- View SourceDear all out there,

I have got 2 (maybe very basic) questions, the first one about the

requirement of stationary mean in semivariance analysis, the 2. about the

correlation dimension of fractal analysis.

1.

before performing a semivariance analysis, any secular trend must be

removed from the data in order to meet the requirement of stationarity of

the mean. Question: how do you decide at which scale fluctuations are

actually trends ? Stationarity of the empirical data means regional mean =

ยต(x) = const. over x, but over which range of x the regional mean has to

be taken ?

As an example, I add (see zipped attachment <examp1.doc>) the spatial

distribution of count rates over a monazite (a radioactive mineral)

containing beach of Brazil. The dots represent the sampling locations. The

picture has been produced using 'naive' kriging with Surfer Software, i.e.

using the default settings for the variogram and assuming isotropy, just

in order to grossly visualize the distribution. I would say that there is

an obvious trend, represented by the maximum between easting 300 and 450

m; but is the maximum at ca. 160 m also part of the trend ? Doesn't the

big maximum in fact consist of 3 maxima at ca. 340, 370 and 410 m,

respectively, which should be modelled by the trend surface ? (Apart from

the problem, how to model such a trend structure.)

2.

It seems to me that the correlation dimension is quite a useful tool to

assess the topologic structure of the spatial distribution of a variable;

or could be if used properly. I use this kind of fractal dimension because

it is (as I think) the easiest to calculate: D :<=> AM(n(r)) ~ r^D, where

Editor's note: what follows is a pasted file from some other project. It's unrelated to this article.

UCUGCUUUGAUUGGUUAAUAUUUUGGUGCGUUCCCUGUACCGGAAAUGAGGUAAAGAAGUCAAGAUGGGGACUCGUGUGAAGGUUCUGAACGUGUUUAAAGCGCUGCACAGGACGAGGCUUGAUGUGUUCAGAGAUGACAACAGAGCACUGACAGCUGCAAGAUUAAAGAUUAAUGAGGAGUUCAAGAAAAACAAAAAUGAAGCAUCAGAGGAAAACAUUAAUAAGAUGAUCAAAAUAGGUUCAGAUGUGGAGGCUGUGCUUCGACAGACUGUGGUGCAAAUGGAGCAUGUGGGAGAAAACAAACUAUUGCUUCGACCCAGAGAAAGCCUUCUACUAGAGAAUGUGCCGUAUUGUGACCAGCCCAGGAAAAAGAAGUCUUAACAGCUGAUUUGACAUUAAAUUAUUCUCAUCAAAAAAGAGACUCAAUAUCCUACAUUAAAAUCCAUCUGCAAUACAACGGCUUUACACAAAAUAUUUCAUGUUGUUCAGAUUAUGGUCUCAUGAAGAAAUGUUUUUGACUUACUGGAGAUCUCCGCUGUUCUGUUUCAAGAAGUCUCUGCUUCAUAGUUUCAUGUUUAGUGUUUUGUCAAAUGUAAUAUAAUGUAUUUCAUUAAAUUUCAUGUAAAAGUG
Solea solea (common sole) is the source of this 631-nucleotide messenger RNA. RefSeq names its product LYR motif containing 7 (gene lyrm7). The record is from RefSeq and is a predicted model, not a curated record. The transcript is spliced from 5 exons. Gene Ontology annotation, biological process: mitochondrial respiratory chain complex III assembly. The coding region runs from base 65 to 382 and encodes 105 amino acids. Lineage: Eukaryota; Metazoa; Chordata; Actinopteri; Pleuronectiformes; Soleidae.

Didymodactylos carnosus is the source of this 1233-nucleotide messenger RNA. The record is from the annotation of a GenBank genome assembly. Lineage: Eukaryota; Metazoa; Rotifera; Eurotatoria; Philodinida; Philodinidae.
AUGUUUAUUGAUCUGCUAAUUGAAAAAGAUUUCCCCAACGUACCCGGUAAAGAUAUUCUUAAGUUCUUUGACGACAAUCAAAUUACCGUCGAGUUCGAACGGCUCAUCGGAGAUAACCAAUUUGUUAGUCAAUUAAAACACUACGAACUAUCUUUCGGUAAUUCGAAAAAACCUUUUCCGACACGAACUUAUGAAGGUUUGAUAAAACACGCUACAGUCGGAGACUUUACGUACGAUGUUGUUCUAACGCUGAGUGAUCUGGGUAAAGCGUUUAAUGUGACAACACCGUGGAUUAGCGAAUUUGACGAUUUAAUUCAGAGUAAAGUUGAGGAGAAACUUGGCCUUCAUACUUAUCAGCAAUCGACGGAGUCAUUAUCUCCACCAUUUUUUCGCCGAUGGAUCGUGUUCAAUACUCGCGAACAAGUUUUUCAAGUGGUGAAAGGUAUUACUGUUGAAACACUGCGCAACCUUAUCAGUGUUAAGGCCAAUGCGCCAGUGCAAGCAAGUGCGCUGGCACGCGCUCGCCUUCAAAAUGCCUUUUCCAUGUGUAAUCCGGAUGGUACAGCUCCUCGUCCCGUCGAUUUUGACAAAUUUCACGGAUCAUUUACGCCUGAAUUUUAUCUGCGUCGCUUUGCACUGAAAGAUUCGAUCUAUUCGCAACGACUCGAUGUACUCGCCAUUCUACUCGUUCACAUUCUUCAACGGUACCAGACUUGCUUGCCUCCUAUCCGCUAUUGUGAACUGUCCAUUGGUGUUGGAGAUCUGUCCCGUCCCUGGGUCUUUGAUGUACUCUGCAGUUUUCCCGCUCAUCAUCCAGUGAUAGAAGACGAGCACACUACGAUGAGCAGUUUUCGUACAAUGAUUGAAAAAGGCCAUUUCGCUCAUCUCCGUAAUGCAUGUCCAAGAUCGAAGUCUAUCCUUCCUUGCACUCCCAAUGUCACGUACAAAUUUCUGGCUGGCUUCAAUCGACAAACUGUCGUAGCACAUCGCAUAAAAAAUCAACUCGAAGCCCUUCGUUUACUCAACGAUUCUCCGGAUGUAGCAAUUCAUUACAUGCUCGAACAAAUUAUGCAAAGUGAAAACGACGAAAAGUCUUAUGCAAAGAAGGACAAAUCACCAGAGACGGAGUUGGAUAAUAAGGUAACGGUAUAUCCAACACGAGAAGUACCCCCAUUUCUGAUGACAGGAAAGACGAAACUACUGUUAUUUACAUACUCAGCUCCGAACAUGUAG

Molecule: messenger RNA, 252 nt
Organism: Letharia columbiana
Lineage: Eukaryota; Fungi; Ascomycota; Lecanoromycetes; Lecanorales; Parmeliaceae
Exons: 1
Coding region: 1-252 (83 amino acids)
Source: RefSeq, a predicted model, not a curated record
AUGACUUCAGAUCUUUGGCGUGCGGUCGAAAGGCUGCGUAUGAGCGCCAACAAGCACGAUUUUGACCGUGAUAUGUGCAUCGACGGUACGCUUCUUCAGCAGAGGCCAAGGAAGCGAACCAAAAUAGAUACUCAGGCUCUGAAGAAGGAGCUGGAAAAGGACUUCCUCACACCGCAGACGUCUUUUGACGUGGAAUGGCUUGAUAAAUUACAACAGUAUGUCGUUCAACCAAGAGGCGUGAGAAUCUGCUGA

the left hand side denotes the number of points within distance r from a

fixed point x, averaged over all points x. D is then easily calculated by

log regression.

Now the question: there is always an 'edge effect' to D produced by the

fact that the sampling area is inevitably limited in space. An infinite

complete regular quadratic sampling grid, e.g., has D = 2, but the same

grid with finite extension has D < 2, because the points at the border

have naturally less neighbours than points within the grid and therefore

contribute to AM(n(r)) by lowering D and thus inferring a fractal

patchiness of the structure which is clearly an artefact. For this reason,

D depends heavily on the overall size (extent) of the grid (number of

sampling points), regardless of its structure, which makes this quantity

somewhat questionable, I think. Does somebody know how to deal with this

problem ?

Thank you very much & regards, PB

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Peter Bossew

Georg Sigl-Gasse 13/11

A-1090 Vienna, Austria

ph. +43-1-3177627

e-mail: p.bossew@...